We need clear and straightforward legal protections for mothers at risk of redundancy. A legal ban on making pregnant women and new mothers redundant is a rule which gives clarity to both women and their employers. It is very obvious when the employer has broken the law.
There would be exceptions, of course, such as where a business or a branch office is closing, but these would be limited.
Change needs to happen now
The Government promised to strengthen redundancy protection for mothers back in January 2017. That is over two years ago, and we are still waiting for the law to change. Maria Miller MP has presented a Bill to Parliament which offers immediate protections, if the Government decides to support it.
With the furlough scheme coming to an end and many employers shedding staff, the Government needs to move swiftly if women are to benefit from any changes in the law.
A comprehensive legal ban on redundancy, from notification of pregnancy to six months after the woman’s return to work, as provided for by Maria Miller’s Bill, would provide clarity to employers on their legal obligations. As there is near certainty of success in any tribunal claim, this would be an effective deterrent to employers contemplating bad practice.
And this stronger legal protection is needed now: each week of inaction on the part of government ministers is costing mothers their job.
You can help!
We have a few weeks to convince the Government to adopt Maria Miller’s Bill as their own and pass the legislation.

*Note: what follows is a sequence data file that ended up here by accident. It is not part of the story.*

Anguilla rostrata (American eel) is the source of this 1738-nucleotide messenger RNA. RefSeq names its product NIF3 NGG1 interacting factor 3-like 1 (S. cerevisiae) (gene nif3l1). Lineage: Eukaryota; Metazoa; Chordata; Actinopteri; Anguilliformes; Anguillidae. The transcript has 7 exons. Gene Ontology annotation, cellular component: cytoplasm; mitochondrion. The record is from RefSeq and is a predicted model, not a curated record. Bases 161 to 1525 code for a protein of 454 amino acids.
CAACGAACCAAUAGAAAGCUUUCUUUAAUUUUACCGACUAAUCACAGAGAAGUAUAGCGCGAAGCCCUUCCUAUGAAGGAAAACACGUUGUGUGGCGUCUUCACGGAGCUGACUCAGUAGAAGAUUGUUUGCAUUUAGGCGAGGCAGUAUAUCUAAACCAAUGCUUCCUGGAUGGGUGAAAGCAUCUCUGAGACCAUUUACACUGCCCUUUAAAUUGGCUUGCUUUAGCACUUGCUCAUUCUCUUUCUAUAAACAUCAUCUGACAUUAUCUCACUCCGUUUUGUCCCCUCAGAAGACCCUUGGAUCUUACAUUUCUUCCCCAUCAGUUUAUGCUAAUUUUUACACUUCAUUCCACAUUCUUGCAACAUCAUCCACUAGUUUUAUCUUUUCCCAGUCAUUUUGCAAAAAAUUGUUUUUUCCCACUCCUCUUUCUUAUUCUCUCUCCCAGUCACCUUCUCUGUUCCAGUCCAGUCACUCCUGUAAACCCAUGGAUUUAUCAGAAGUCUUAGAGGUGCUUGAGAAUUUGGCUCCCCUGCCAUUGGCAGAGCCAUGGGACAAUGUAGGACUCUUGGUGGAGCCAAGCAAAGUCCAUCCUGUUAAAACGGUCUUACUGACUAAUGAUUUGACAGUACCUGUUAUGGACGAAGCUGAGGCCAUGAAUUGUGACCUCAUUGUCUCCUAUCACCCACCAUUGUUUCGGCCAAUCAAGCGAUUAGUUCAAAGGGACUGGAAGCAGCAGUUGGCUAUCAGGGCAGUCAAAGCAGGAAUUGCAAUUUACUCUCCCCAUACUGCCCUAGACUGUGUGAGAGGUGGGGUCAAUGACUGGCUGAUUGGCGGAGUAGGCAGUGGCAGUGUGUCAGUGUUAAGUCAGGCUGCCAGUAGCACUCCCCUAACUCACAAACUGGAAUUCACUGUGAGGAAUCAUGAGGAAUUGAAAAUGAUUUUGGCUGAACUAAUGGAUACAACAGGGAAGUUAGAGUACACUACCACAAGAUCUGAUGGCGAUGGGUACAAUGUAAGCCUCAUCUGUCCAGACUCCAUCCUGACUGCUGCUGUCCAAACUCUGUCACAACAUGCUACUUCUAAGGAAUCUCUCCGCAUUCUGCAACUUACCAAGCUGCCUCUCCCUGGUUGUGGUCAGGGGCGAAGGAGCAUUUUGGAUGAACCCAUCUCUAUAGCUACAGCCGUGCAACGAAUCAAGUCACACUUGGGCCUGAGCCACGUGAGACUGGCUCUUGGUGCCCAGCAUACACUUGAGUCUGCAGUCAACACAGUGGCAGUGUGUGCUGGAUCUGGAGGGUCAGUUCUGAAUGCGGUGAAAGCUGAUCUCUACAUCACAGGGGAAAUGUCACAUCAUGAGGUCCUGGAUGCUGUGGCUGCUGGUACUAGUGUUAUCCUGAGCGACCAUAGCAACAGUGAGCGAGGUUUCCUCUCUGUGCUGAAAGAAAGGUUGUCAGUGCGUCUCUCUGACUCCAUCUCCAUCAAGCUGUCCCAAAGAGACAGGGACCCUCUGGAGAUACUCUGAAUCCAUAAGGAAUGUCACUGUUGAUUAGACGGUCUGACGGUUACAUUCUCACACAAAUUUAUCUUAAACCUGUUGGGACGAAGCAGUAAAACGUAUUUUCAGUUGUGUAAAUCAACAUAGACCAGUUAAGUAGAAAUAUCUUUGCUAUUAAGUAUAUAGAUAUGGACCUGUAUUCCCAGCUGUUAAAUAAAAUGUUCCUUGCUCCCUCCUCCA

Womanthology readers can support us by emailing their local MP, to ask them to press ministers on the issue. They can do this using our campaign tool – it only takes a couple of minutes.
This is an effective way to communicate with your local representative. If you can tell your own story of unfair treatment at work, that is even more powerful.
We are setting up a new peer support service to provide emotional support to women taking action on problems at work.
We know how demanding it is to deal with an employment dispute, and a peer supporter can really help women dealing with a legal claim and a new baby. If your readers can commit to an hour each week to keep in contact with one of the women we are advising, we would love to hear from them.
Preparing for a second wave of COVID-19
The next few months will be difficult for many women, trying to juggle work and childcare over the summer and worrying if they will keep their jobs. We are pressing ministers to extend a limited form of the furlough scheme so that parents who are struggling with childcare can keep their jobs.
We will continue to argue for ministers to fix the gaps in the furlough scheme and make the self-employment scheme work for women who have taken maternity leave. There is a very real possibility of a second wave of the pandemic, with another lockdown, so these problems do need to be fixed.